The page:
George spent a lot of time experimenting with different concepts to further enhance his father´s furniture lines and produce new designs. He was an imaginative designer by his own right and he developed several prototypes, some of them would make it to production, others were discarded.
This was back in the 1990#8217;s and my husband and I spent many hours together with George discussing the amazingly rapid technology changes that we were facing and how these could influence furniture design trends. George had been enthusiastic for some time about the idea to design a VHS storage case. However, when his raw model was almost finished he radically changed his mind after he realized: #8220;VHS technology is not going to last forever#8230;.the key of success to my house signature is and will continue to be based on timeless designs#8220;. So, he quickly discarded this sample and stored it away. A few weeks later when we met again he described to us with a great sense of humor the outcome of the #8220;VHS affair#8221;.
Surprisingly this particular discarded prototype has recently been seen in a gallery pretending to be a Don S. Shoemaker #8220;bookcase#8221; from the 1960’s. The pictures below clearly show that the shelves are missing and there are some rather strange dents to accommodate the #8220;books#8221;#8230;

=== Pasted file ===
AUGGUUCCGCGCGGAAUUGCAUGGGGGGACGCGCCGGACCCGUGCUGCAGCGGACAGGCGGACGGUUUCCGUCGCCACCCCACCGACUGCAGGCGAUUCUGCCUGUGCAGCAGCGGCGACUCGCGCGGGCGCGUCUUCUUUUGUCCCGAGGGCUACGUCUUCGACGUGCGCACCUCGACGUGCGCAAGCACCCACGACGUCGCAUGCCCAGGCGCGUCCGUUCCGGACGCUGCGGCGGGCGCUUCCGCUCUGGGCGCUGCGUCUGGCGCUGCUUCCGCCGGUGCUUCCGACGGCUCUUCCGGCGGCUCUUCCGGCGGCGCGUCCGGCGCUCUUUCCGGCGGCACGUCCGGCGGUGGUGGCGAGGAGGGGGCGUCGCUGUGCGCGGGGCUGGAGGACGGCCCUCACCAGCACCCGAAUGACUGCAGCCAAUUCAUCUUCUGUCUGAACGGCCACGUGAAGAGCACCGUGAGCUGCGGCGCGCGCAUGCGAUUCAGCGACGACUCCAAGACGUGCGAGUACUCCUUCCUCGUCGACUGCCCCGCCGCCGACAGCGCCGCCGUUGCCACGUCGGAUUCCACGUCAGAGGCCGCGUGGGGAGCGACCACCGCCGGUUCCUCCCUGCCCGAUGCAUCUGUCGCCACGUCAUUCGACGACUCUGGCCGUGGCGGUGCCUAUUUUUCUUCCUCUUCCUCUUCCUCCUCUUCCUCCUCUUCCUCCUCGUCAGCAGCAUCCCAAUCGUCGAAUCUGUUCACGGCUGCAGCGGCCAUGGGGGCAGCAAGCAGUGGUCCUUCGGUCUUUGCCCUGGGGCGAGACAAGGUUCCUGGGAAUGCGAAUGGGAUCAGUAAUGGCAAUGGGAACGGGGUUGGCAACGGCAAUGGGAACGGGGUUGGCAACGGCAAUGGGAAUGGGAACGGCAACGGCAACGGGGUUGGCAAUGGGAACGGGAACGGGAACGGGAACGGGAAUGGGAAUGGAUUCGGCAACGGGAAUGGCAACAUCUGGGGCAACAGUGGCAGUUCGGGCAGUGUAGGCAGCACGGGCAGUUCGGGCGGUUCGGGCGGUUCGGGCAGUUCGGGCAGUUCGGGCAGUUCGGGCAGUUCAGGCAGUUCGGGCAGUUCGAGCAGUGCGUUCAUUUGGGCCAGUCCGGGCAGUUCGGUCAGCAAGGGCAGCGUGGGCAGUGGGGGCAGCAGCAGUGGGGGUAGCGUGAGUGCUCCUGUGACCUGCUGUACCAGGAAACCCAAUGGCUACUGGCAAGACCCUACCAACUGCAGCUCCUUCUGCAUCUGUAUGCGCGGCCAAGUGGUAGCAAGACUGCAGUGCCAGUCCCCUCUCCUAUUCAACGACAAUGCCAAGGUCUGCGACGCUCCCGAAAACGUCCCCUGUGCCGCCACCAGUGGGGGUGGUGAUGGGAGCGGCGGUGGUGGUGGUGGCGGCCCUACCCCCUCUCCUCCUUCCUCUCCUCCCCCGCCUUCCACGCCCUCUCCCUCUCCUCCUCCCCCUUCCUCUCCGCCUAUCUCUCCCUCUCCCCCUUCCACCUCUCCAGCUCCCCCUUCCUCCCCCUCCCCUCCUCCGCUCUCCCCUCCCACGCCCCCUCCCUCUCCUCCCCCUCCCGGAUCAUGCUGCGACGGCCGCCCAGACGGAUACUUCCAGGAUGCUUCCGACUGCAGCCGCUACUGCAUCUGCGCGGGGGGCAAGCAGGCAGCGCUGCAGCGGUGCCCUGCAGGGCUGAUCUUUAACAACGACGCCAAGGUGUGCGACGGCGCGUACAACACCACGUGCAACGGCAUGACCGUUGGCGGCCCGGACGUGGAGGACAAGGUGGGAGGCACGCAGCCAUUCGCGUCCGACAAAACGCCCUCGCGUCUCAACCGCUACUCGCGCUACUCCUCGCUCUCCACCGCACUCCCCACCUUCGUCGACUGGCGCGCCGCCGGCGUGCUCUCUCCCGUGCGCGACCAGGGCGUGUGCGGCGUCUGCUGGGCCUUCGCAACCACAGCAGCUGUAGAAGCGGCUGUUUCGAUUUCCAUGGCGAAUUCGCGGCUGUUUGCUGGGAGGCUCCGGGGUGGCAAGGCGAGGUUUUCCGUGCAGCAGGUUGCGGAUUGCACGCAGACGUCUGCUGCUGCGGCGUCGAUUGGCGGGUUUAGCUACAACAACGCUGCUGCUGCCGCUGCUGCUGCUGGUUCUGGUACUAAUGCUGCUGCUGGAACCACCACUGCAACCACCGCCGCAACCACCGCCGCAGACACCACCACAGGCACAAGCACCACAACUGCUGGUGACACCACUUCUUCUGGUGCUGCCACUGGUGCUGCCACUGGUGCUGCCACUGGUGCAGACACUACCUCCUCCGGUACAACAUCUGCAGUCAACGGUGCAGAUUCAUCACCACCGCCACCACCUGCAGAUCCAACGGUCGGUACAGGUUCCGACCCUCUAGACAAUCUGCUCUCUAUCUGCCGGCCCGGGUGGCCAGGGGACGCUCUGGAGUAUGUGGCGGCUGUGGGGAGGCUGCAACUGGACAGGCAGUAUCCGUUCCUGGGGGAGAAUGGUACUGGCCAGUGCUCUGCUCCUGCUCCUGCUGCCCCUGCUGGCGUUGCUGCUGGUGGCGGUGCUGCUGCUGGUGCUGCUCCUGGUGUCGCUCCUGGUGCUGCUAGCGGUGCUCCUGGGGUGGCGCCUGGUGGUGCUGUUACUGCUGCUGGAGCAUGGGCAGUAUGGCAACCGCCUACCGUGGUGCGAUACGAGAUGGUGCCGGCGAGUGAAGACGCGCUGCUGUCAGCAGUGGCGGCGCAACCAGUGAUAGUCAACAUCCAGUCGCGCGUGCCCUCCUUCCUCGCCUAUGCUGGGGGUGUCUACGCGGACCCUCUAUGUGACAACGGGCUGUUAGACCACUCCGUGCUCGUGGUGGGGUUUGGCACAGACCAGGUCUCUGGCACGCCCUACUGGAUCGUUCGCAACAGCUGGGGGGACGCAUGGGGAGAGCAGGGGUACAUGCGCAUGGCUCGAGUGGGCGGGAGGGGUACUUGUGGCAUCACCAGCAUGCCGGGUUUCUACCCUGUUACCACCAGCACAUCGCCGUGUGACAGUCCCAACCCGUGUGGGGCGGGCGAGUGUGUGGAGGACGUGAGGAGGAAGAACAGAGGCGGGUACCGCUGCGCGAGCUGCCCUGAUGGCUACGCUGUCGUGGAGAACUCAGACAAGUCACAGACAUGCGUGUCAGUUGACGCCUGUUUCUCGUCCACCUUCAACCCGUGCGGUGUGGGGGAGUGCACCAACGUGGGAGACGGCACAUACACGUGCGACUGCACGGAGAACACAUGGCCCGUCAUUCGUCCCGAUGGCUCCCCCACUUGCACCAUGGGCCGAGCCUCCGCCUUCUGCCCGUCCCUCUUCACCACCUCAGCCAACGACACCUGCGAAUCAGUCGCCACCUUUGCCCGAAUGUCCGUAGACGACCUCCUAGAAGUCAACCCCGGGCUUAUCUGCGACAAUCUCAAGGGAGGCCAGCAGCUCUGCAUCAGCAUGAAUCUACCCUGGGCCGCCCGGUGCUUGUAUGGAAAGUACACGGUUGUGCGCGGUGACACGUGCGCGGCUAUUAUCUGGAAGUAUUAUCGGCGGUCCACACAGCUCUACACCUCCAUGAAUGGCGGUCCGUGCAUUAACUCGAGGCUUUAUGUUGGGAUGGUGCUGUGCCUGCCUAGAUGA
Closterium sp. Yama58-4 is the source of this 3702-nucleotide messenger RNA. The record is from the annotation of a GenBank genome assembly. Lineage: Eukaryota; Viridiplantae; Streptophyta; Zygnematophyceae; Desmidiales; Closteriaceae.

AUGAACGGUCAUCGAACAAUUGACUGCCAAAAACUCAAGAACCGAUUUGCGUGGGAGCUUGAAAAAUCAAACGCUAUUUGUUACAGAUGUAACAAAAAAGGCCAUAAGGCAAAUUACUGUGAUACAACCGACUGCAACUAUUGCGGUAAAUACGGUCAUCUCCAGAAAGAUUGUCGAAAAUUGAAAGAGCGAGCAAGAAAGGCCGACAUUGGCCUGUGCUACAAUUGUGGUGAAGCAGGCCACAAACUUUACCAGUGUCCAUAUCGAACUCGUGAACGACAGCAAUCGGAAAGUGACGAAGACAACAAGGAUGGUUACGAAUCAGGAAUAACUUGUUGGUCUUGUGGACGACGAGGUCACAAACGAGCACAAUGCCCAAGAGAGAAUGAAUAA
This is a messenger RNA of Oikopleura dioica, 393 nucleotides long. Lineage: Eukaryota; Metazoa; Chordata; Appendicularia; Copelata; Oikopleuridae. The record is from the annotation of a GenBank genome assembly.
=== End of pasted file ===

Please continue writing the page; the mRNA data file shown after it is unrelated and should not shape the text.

The tropical woods surface of this furniture piece is not even finished#8230;
The upper half of a Don S. Shoemaker label is taped to the back of the #8220;bookcase#8221;#8230;
© Karin Goyer and Don S. Shoemaker Furniture, 2010-2021. Unauthorized use and/or duplication of this material without express and written permission from this website’s author and/or owner is strictly prohibited. Excerpts and links may be used, provided that full and clear credit is given to Karin Goyer and Don S. Shoemaker Furniture with appropriate and specific direction to the original content.